10:42AM | 02/24/03
Member Since: 02/23/03
2 lifetime posts
I bought a house 7 months ago (in Minnesota) that I knew had water problems in the block wall basement. It has gutters which I have cleaned out since occupying the house, although with heavy rains water still trickles in on all sides of the basement, usually where the wall meets the floor but in some places a couple blocks up the wall. The landscaping around the foundation slopes away from the house for the recommended slope and distance and the douwnspouts are carried away from the house adequately. I'd like to get something done now so that this spring and summer I can test to see if it handles heavy rains and then I can plan on finishing off the basement next year.

I've had some estimates done for sub floor drain systems (which I've seen in this bulletin board possibly referred to as french drains?) done and they are asking for around 4,000. In the most recent "Family Handyman" magazine there is an article on how to do this yourself. I am considering this possibility as I figure I can save at least 3,000. The article however is fairly basic being only 1 page in length. I have some additional questions I would like cleared up before embarking on this project.

1. Does drain tile have to slope towards the sump pump? or is it standard to have it level all the way around?

2. What do I do about pipes embedded in the floor? My assumption is that I just stay away from them with the jackhammer and if I need to get closer use a maul and masonry chisel. In regards to question 1. If I have to go under the pipes with the tile it would negate any slope towards the sump pump.

3. At a recent home show one of the exhibitors said that these systems have a tendency to get backed up because the tile gets silted up and blocked. Is there any way to prevent this during the installation or will I have to have the tile checked and cleaned out periodically?

4. What type of concrete do I use? Is it feasible to rent a mixer and do it myself (60 cubic feet)?

5. Is it acceptable to run the pump discharge pipe about ten feet in the basement before outleing it ouside? (I want to oulet on the other side of some concrete steps where I think it will be less noticeable and can safely run away from the house)

Any additional information, suggestions, or helpful hints would be greatly appreciated.




12:00AM | 02/25/03
Member Since: 12/23/02
18 lifetime posts
Regarding keeping silt out of the drains- they sell special filters which go around the outside of the pipes.

Yes, you do have to slope it towards the sump. The water won't go anywhere if it's kept level.


03:18AM | 02/26/03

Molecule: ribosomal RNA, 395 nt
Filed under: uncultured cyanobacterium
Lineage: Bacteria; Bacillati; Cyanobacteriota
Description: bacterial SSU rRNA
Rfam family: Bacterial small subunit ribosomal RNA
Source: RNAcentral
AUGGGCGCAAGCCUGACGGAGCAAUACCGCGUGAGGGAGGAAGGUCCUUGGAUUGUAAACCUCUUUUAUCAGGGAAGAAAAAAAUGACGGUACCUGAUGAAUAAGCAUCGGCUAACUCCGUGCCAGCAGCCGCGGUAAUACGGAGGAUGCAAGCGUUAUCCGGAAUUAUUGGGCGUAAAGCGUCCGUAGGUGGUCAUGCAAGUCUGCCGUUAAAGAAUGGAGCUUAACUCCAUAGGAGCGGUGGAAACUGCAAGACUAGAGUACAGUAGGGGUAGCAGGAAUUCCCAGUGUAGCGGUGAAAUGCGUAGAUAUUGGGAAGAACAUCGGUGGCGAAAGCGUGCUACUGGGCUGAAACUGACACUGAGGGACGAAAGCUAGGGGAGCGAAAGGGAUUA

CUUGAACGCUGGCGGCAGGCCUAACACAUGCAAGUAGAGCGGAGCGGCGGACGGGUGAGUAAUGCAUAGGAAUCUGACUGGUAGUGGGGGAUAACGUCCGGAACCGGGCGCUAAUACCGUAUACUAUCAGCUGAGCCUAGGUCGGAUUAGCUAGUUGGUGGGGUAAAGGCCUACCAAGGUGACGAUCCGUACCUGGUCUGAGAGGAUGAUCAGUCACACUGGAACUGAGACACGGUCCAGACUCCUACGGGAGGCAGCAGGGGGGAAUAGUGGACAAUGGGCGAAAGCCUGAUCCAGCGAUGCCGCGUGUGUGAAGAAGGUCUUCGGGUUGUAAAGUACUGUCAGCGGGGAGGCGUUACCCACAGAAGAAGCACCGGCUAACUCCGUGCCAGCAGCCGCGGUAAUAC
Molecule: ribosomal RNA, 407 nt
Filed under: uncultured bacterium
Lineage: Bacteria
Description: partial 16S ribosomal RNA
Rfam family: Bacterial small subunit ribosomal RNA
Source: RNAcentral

Member Since: 02/23/03
2 lifetime posts
Thanks alot for the advice. I really appreciate it!

I thought of another question.

I am a little concerned that when I am trying to break out the cement floor (18 inches around the whole perimeter of the basement) that I might damage the blocks. I don't think I would be able to use a jackhammer right against the wall and if I have to pry a piece out it may damage the block wall. Any suggestions?





Post a reply as Anonymous

Photo must be in JPG, GIF or PNG format and less than 5MB.


type the code from the image


Post_new_button or Login_button

Pursue what's known as the stack effect. To achieve it, open the windows on both the upper and lower floors, and as warm a... Reused steel windows create an eye-catching splashguard in this walk-in shower. The vintage factory windows bring an inter... A galvanized steel tub is a surprising but charming fixture in this bright and breezy screened patio. It's perfect for was... If you're not crazy about the idea of commingling plants and pool, this modern variation may be more to your liking. The s... Yes, a freestanding garage can become its own tiny house. Artist Michelle de la Vega has all the comforts of a modern resi... If you lack plumbing skills but have a good sturdy tree, here's the easiest outdoor shower solution of all: Simply attach... Need a window and a door in a tight space? A Dutch door with a window may be your answer. These useful doors are split hor... How do you like this smart use for an old bottle? Clamp an empty wine bottle to a fence or wall near your outdoor deck or ... Simple and striking, a couple of pieces of "lovingly used" furniture creates a special kind of charm. A weathered chair fo... Twine lanterns add pops of crafty—but sophisticated—flair to any outdoor setting. Wrap glue-soaked twine around a balloon ... When securely fastened to a tree or the ceiling of a porch, a pallet and some cushioning make the ideal place to lounge. V... Incorporate nature into your lighting scheme by securing a dead tree in a concrete mold and draping your pendant lamp from... For the cost of a can of exterior paint , you can totally transform your porch. Paint the floor a hue that complements yo... Repurpose birthday hats to create a string of lanterns for your porch, patio, or garden. Cut the tip of the cone, punch h... This garden shed has been decked out to the nines. Designer Orla Kiely created the intimate home for a flower trade show, ...
Newsletter_icon Google_plus Facebook Twitter Pinterest Youtube Rss_icon